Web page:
A dragonfly falls under the order Odonata. This insect can easily be distinguished by its large, complex eyes, two pairs of strong transparent wings and a drawn out body. Dragonflies main habitat are lakes, ponds, streams and other wetlands. They usually feed on small insects such as: mosquitoes, bees, flies, ants and butterfly. Adult dragonflies held their wings away from, and perpendicular to, the body when at rest.
Female dragonfly lays eggs in or near water and 90% of its life span is spent beneath the water’s surface in the “nymph” form. There are at least 5500 known species of dragonfly in the world. Below are some of the common species of Northern Hemisphere dragonfly.
The Emperor Dragonfly
The Emperor Dragonfly (Anax imperator) is a common British dragonfly that owns the largest wingspan. Its wingspan can grow up to 10.5 cm while its body length can reach up to 8 cm. Emperor dragonfly is a strong insect and will always defend its territory. Most likely one can see Emperor dragonfly hovering over water bodies that include rivers, big ponds and canals looking for a meal. Male appears a striking turquoise blue, with green thorax and black stripes decorate its abdomen while the female has a lighter green shade.
The Widow Skimmer
The Widow Skimmer (Libellula luctuosa) is a popular species that finds its habitat at lakes and ponds across the United States. Female Widow Skimmer shows large dark wing spots along its lower wings and its wing tips are marked with smaller dark spots while males have white spots on its abdomen and white wing spots between the dark wing spots.
The Migrant Hawker
The Migrant Hawker (Aeshna mixta) is a large species that can measure up to 60 mm long. They can be found in North Africa, Southern and Central Europe to the Baltic region. Male Migrant Hawker’s elongated body can have a turquoise blue, green and brown coloring. The species prefers still or slow-flowing water.
The Norfolk Hawker
The Norfolk Hawker (Aeshna isosceles) is an extremely rare species of dragonfly in Great Britain. A distinct identification mark of this dragonfly is its yellow triangular mark on the second abdominal segment. Another familiar mark is its green eyes and translucent wings. A common Mediterranean species, Norfolk Hawkers are found in North Africa Southern Europe. Its habitat must include unspoiled grazing marsh dikes, clean freshwater and plenty of aquatic plants.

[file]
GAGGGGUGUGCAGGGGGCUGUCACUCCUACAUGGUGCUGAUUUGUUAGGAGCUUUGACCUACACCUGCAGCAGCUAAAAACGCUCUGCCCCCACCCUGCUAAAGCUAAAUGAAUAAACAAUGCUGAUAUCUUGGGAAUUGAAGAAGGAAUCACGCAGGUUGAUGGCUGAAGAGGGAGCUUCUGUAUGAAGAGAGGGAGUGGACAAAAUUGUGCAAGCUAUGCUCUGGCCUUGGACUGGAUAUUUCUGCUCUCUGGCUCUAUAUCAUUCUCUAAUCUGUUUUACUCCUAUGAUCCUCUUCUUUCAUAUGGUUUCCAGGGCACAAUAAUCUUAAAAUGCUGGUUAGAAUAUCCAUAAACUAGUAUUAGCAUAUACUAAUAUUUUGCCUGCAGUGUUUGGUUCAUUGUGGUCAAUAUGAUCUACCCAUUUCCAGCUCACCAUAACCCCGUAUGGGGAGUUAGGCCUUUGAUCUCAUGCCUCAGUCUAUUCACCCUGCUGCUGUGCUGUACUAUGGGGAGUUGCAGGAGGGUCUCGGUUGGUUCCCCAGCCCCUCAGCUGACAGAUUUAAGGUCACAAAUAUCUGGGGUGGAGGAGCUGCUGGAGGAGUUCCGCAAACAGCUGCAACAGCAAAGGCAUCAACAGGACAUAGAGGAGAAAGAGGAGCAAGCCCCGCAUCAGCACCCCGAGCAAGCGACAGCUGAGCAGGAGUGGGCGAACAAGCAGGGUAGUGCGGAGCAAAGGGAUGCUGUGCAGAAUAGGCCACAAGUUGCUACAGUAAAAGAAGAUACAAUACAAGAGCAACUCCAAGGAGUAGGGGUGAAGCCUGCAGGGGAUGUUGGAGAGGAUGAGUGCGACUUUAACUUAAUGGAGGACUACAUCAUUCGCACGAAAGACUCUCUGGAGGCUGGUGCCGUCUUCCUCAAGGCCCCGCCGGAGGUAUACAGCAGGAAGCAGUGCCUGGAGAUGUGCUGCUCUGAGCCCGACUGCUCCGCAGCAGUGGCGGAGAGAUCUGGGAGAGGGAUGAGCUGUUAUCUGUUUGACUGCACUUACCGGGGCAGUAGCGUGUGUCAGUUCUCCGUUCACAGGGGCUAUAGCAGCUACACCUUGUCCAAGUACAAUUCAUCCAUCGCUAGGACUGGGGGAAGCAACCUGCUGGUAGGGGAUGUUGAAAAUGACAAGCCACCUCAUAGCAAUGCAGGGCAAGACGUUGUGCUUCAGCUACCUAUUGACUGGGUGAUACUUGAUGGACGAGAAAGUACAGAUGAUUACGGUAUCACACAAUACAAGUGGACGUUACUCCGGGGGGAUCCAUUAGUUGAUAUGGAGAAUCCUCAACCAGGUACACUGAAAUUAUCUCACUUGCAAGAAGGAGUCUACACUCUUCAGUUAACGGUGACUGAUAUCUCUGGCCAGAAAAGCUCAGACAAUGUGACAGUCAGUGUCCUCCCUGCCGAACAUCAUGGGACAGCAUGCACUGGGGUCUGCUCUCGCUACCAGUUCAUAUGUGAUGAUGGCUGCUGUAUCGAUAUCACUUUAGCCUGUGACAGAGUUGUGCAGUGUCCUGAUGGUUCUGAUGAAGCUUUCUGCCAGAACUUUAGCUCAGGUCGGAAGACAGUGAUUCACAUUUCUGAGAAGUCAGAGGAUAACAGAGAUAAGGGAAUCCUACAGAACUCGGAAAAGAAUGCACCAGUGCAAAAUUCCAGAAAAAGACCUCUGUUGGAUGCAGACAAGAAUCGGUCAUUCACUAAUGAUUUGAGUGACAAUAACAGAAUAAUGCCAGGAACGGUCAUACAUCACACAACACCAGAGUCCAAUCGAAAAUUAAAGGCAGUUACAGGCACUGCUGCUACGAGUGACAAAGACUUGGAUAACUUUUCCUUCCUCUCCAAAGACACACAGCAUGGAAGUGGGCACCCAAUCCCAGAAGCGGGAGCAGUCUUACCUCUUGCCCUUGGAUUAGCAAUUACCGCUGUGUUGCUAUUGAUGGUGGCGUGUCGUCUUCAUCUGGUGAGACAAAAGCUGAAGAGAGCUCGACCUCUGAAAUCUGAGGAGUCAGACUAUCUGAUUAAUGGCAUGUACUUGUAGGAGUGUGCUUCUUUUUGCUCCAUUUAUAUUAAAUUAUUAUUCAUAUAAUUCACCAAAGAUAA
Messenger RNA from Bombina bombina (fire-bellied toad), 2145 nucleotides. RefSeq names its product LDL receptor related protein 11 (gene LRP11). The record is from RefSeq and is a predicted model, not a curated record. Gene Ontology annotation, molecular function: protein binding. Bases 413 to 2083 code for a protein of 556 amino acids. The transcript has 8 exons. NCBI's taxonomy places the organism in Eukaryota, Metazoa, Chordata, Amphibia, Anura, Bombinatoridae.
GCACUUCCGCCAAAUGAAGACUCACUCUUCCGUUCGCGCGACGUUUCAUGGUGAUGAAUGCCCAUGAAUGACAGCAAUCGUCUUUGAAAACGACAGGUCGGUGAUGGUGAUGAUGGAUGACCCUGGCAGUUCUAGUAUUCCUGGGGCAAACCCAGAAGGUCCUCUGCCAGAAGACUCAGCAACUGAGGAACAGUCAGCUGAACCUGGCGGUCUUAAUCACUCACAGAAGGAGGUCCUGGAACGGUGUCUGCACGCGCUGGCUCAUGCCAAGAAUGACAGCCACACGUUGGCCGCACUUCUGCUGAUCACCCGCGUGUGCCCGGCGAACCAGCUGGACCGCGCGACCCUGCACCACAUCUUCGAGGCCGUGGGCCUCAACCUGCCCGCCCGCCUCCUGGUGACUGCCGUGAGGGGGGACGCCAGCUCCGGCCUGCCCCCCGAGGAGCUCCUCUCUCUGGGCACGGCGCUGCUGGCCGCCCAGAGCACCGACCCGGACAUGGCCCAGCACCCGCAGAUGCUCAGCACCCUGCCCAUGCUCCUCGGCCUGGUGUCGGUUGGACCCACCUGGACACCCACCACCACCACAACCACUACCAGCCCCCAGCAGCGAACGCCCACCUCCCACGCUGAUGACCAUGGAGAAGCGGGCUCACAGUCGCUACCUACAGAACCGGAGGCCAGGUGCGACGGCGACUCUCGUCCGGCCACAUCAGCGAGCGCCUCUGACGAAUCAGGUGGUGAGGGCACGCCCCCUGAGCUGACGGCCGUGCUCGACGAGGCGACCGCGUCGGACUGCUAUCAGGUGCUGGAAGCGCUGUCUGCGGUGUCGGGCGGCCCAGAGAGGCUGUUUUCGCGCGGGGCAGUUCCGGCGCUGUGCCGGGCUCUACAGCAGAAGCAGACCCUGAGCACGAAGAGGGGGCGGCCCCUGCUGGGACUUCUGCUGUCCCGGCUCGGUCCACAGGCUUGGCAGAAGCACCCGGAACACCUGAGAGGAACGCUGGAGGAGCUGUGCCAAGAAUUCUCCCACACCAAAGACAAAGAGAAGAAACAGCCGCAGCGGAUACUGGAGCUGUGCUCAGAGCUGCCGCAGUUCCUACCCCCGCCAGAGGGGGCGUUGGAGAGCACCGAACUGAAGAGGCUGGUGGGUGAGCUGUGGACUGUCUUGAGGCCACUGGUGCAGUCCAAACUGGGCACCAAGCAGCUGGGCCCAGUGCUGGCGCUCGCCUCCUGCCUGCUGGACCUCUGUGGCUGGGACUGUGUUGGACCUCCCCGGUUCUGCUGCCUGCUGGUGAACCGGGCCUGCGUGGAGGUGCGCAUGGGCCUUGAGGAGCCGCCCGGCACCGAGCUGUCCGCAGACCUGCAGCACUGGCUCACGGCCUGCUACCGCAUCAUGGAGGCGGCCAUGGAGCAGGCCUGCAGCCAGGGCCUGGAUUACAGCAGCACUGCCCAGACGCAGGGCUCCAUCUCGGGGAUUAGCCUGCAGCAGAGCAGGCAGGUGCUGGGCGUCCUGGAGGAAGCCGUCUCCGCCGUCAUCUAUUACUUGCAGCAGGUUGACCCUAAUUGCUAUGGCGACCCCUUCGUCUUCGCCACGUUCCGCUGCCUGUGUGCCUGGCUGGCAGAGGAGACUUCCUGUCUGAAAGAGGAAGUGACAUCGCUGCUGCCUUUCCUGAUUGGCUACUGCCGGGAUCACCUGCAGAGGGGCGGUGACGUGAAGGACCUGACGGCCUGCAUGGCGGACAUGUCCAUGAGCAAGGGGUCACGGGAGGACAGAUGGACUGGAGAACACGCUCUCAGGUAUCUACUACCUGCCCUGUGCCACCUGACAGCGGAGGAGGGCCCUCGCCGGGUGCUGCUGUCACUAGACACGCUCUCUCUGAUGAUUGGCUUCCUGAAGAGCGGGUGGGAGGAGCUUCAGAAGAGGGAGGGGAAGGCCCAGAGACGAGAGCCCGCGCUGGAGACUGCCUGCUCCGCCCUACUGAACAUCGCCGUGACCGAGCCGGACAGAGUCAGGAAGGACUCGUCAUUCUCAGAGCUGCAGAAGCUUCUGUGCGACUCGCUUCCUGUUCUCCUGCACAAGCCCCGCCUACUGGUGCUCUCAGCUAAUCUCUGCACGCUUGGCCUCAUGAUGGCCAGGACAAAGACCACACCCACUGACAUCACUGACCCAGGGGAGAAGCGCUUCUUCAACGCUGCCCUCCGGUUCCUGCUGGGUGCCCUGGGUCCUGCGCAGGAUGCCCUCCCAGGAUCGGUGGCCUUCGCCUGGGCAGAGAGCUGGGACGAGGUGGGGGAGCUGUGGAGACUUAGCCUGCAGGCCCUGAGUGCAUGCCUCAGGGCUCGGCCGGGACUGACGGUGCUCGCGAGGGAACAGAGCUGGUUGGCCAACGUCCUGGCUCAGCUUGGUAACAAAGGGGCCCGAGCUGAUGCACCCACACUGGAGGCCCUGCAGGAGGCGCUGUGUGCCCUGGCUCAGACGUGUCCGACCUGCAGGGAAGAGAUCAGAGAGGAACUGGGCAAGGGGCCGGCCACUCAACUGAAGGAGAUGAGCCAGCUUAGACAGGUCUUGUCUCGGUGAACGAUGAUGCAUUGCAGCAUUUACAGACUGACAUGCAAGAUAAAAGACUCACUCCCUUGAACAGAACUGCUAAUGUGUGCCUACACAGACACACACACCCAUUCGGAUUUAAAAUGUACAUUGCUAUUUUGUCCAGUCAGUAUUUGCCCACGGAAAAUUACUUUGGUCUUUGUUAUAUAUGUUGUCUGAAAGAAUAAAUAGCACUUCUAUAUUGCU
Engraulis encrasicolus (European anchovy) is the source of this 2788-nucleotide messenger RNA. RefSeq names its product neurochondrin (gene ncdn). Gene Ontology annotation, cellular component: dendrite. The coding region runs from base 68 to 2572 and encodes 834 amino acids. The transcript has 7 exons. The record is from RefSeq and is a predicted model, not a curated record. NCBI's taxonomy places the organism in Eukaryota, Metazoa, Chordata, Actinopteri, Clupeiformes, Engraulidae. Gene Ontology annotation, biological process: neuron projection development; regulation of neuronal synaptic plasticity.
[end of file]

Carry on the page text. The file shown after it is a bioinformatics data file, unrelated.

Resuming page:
The Common Darter
The Common Darter (Sympetrum striolatum) is a common species found in Europe and can live in different types of water bodies. All Common Darter’s legs have a cream or yellow stripe on a black background. Females have light yellow thorax and abdomen and turns to a dark chocolate brown as it grow older. Males exhibit a reddish color as they mature.
The Great Pondhawk
The Great Pondhawk (Erythemis vesiculosa) is found in still water habitats along the southern border areas and in the central parts of the United States. Males and females Great Pondhawk look similar but males own a much darker markings on the abdomen between the green markings. Also, males have a bright lime green thorax.
The Common Whitetail
The Common Whitetail (Libellula lydia) is a common species across much of North America has an unusual appearance. The males sport a checkered look having white bodies and translucent wings having brownish-black bands. Females have a brown body and a different pattern of wing spots. Whitetail females can be distinguished by their smaller size, shorter bodies, and white zigzag abdominal stripes.
The Banded Pennant
The Banded Pennant (Celithemis fasciata) is a common species found mostly in North America. They own an extensive, sharply defined black markings on its wings. Banded Pennant is a small dragonfly that may grow up to 1 1/2 inches. Its habitat includes ponds, lakes and sand bottom lakes ditches.
The Green Darner
The Green Darner (Anax junius) is one of the largest dragonflies, with males growing up to 75 millimeters and female up to 68 millimeters in length. The distinct identification marks are its green thorax region and a reddish-brown coloration centrally in the abdominal region. Both male and female exhibit light blue abdominal coloration dorsally. Green Darner is mostly found in the northernmost part of the United States (Alaska) and south to Panama. This species prefers still or very slow-moving fresh water, with lots of aquatic vegetation, and can only flourish where there are no predatory fish.
The Broad-bodied Chaser
The Broad-bodied Chaser (Libellula depressa) is mainly found in Wales and Southern England that could have a 70 millimeters wingspan. They live in near still-water lakes and ponds, hunting for small insects. The female has a brown abdomen with two yellow stripes. The male has a pale blue abdomen. Both the male and female broad-bodied chasers have dark brown, triangular patches at the base of all four wings.